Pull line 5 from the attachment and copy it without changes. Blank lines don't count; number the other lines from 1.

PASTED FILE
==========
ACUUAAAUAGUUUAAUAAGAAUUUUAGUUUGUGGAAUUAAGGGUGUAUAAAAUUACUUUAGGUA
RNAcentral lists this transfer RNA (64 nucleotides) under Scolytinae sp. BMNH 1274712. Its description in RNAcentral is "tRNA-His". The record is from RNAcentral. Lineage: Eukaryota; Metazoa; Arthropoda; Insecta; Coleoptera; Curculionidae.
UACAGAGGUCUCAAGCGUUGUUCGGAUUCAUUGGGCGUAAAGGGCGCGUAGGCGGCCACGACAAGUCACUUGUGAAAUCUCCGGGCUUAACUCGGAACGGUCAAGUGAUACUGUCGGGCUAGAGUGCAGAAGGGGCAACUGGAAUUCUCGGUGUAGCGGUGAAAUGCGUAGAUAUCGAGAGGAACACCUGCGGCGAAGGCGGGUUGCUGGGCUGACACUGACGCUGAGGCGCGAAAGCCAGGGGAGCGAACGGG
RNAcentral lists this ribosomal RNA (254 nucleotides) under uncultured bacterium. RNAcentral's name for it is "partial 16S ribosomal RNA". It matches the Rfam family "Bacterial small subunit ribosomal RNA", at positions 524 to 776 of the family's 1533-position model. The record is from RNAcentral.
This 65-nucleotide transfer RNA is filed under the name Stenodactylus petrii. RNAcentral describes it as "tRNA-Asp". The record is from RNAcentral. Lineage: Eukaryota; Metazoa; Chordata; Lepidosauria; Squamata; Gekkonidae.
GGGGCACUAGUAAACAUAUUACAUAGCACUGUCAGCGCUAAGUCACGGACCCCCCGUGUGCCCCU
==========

This 65-nucleotide transfer RNA is filed under the name Stenodactylus petrii. RNAcentral describes it as "tRNA-Asp". The record is from RNAcentral. Lineage: Eukaryota; Metazoa; Chordata; Lepidosauria; Squamata; Gekkonidae.